SEATTLE, Oct. 12, 2017 /PRNewswire/ — In the first three quarters of 2017, PE firms deployed $401.7 billion across 2,820 deals, representing an 11% decline in deal volume compared to the same period last year, according to PitchBook’s 3Q 2017 US Private Equity Breakdown report. The slowdown in deal making comes as a surprise given fundraising in 2017 is nearing the highest levels ever tracked. In the third quarter, Apollo Asset Management closed a $24.7 billion fund, making it the largest buyout fund ever raised. While deal making was challenged by several factors, including price and quality issues, PE investors continue to make add-on acquisitions a key strategy in 2017, accounting for 64% of all US-based buyouts. At the same time, the number of exits in 3Q dropped 20% from 2Q 2017, despite PE investors being eager to exit the nearly 40% of PE company inventory acquired over five years ago. As PE investors struggled to find strategic buyers, the proportion of secondary buyouts increased to 50% of exits.

“As evidenced by near record-breaking fundraising, confidence in the PE asset class remains strong, despite headwinds investors face with elevated prices, high levels of dry powder and a decrease in activity from strategic acquirers,” said Nico Cordeiro, analyst at PitchBook. “Investors have implemented strategies to adapt to the current market environment, but are still under pressure to put capital to work and source exits for their inventory of aging portfolio companies. With several announced deals with initial valuations above $1 billion, PE deal making could end up finishing the year strong.”

Add-On Acquisitions Become Key PE Strategy Amidst Price and Quality Challenges
In 3Q 2017, PE firms invested $163.4 billion across 959 deals, up from $115.7 billion across 859 deals last quarter. Despite an uptick in 3Q, overall PE deal making is down compared to 2016 and is most noticeable in the lack of mega-deals. The largest PE investment this year was BDT Capital Partners’ $7.16 billion buyout of Panera Bread, which is significantly smaller than years’ past, including PE-backed Dell’s $67 billion acquisition of EMC in 2016 and PE-backed Heinz’s $55 billion acquisition of Kraft Food Groups in 2015. The reluctance in PE can be attributed to several factors, one being a supply and demand issue. Record M&A activity in 2015-2016 has left a smaller number of quality investment opportunities, adding to pricing pressures for promising companies. Since 2016, EV/EBITDA multiples have held at 10.5x, a steep multiple on a historical basis. To cope with the high-priced environment, PE firms have continued to focus on add-on investments (64%) as these deals tend to have lower price multiples and help with growing platform companies. The software industry, which now accounts for 68.3% of deals in the IT sector, has served as a source of growth for PE investors.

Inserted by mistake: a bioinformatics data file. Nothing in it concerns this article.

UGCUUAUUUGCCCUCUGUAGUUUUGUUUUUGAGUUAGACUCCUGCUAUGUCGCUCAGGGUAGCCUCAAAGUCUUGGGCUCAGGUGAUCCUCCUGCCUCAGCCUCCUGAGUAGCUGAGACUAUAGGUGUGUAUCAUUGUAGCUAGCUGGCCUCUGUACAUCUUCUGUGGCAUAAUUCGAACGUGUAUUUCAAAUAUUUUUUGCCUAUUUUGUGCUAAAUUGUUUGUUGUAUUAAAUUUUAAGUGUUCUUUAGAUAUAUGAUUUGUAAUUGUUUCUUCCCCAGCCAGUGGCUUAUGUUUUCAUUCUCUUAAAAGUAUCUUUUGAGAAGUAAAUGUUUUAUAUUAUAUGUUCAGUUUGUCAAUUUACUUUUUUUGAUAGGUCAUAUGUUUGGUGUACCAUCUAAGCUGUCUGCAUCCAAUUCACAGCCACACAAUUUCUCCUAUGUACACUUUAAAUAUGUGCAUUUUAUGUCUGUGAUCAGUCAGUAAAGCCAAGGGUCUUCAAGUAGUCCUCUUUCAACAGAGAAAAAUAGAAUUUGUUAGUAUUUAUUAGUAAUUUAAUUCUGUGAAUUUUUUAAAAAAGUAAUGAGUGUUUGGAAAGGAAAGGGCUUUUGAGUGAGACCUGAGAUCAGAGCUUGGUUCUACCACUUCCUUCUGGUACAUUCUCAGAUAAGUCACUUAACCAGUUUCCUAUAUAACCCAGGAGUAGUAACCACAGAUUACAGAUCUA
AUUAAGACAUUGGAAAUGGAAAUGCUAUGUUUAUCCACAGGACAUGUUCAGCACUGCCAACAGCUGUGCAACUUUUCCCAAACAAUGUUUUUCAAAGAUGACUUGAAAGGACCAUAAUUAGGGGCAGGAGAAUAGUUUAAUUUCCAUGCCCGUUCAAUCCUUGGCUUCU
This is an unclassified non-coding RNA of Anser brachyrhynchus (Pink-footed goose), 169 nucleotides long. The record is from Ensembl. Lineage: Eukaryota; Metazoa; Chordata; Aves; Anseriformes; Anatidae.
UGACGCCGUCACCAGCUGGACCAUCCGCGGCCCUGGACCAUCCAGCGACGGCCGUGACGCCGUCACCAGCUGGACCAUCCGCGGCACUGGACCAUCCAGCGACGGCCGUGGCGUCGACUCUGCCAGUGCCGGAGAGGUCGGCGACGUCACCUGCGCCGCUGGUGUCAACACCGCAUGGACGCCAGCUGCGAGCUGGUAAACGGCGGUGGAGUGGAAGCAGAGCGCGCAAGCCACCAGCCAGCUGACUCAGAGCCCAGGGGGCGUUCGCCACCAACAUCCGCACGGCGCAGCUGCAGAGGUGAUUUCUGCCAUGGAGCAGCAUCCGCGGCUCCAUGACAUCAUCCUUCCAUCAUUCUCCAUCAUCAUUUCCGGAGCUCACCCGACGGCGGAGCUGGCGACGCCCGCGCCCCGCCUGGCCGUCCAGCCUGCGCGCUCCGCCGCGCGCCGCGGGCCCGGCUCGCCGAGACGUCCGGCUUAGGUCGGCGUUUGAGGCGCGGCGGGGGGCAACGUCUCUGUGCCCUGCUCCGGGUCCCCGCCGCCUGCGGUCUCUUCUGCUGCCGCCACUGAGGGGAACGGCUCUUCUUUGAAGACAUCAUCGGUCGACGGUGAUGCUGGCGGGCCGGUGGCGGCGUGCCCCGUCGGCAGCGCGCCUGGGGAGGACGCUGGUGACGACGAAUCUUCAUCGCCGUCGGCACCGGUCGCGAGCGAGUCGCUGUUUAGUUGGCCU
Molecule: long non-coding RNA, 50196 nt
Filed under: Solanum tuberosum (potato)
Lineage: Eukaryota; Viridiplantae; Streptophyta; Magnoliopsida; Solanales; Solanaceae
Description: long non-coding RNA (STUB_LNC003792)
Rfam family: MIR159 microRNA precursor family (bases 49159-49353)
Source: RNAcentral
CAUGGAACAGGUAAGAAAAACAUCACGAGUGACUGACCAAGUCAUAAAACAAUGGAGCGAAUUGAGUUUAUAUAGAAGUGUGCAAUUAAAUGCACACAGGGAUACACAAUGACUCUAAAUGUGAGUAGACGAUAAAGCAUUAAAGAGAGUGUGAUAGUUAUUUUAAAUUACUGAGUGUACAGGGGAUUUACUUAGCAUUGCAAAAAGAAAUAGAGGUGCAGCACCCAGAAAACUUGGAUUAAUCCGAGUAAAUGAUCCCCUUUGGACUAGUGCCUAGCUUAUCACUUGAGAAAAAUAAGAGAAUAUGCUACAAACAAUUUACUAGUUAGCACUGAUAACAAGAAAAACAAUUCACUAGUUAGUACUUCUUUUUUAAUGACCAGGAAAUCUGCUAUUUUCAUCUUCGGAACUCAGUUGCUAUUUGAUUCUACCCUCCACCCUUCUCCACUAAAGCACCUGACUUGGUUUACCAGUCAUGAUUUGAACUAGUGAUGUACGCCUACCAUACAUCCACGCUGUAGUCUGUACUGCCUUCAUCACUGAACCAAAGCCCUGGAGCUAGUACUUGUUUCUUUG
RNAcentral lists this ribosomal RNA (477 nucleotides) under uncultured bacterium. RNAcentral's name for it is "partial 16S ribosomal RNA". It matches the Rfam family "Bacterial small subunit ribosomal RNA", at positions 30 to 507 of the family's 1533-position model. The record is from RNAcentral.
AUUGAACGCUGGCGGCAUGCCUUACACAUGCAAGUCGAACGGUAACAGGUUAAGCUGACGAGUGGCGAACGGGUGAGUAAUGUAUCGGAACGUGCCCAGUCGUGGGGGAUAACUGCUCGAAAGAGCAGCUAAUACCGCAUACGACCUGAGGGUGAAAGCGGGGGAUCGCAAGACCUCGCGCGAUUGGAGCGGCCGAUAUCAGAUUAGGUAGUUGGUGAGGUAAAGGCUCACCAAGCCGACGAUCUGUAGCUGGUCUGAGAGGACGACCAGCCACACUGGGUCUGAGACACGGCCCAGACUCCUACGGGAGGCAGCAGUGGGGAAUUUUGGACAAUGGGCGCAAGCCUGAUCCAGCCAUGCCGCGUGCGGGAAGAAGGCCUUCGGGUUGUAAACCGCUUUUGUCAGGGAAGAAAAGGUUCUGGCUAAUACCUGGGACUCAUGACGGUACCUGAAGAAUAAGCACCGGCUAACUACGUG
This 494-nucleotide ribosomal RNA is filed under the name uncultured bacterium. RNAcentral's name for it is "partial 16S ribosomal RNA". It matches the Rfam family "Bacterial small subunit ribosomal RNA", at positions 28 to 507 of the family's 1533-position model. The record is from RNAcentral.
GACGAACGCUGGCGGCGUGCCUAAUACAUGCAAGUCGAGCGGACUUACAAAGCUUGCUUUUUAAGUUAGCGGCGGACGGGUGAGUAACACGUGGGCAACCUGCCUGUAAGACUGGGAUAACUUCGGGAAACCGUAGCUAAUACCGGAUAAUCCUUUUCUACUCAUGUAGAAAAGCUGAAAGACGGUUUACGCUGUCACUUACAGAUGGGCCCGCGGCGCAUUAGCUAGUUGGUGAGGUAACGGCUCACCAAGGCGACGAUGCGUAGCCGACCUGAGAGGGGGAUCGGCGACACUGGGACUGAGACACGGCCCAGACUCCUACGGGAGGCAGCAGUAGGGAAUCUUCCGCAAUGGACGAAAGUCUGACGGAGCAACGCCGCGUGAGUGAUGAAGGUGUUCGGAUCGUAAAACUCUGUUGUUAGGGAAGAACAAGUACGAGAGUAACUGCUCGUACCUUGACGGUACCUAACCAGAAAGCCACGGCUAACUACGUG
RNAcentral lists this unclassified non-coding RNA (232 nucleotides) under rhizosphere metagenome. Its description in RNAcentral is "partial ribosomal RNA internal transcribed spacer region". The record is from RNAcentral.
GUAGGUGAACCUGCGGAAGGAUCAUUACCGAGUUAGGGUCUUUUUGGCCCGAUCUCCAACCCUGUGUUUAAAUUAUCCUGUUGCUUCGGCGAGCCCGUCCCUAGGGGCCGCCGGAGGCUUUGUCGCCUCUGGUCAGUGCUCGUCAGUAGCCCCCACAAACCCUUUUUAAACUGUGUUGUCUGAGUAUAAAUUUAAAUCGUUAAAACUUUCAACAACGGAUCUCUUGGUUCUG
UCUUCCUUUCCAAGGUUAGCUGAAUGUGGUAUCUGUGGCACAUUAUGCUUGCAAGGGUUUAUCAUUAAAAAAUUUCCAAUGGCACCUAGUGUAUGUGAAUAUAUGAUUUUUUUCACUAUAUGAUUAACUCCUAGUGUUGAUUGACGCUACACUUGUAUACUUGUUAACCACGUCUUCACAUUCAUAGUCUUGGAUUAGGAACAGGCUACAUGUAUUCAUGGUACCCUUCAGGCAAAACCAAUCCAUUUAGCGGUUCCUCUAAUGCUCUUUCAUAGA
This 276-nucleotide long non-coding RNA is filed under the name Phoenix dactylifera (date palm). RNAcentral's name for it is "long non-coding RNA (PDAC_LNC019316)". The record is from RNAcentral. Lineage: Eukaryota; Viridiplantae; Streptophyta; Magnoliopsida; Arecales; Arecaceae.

Secondary Buyouts Provide Liquidity Relief for Aging Portfolio Companies
In the private market’s current state, all indicators point to a sellers’ market, with sky-high valuations, ample dry powder, aging portfolio companies and healthy corporate balance sheets. Despite these factors, PE-backed exits have experienced a 20% dip from 2Q 2017 with just 224 exits in the third quarter totaling $40.8 billion. One cause of the decline in exits is the recent pullback from strategic acquirers. In 2017, corporate acquisitions have made up just 46% of all exits, the lowest percentage the PitchBook Platform has tracked. On the flip side, secondary buyouts made up the highest percentage ever tracked, or 50% of total exits. PE firms may be feeling pressure to exit long-held portfolio companies as 38% of US PE company inventory was acquired over five years ago. With PE firms also needing to deploy record levels of dry powder, secondary buyouts will likely remain a prominent exit strategy.

Fundraising Nears 2007 Record in 2017 With Fewer, Larger Vehicles
PE fundraising is near its all-time high as a result of the asset class’ continued outperformance of public markets and other alternative assets. What’s more, fund managers are raising larger sums across fewer vehicles. In the third quarter, $62.4 billion was raised across 58 vehicles, the lowest number of funds since 2Q 2016. Median fund sizes have skyrocketed in recent years, currently sitting at $265 million, which is the highest PitchBook has recorded since 2006. The number of mega-funds raised this year has also reached a decade-high, accounting for 54% of all capital raised by PE funds in 2017. Leading the way on the fundraising trail was the aforementioned Apollo Global Management and its $24.7 billion fund, which dethroned Blackstone Group’s 2007 vehicle worth $21.7 billion as the largest buyout fund ever raised.

Additional findings in this report include:

  • Q&A: Merrill Corporation
  • Deals by size and sector
  • PE activity in Software
  • Q&A: Murray Devine
  • Exits
  • Q&A: Twin Brook Capital Partners
  • Fundraising
  • League Tables

Download the full report here.

About PitchBook
PitchBook is a financial data and software company that provides transparency into the capital markets to help professionals discover and execute opportunities with confidence and efficiency. PitchBook collects and analyzes detailed data on the entire venture capital, private equity and M&A landscape—including public and private companies, investors, funds, investments, exits and people. The company’s data and analysis are available through the PitchBook Platform, industry news and in-depth reports. Founded in 2007, PitchBook has offices in Seattle, New York and London and serves more than 12,000 professionals around the world. In 2016, Morningstar acquired PitchBook, which now operates as an independent subsidiary.

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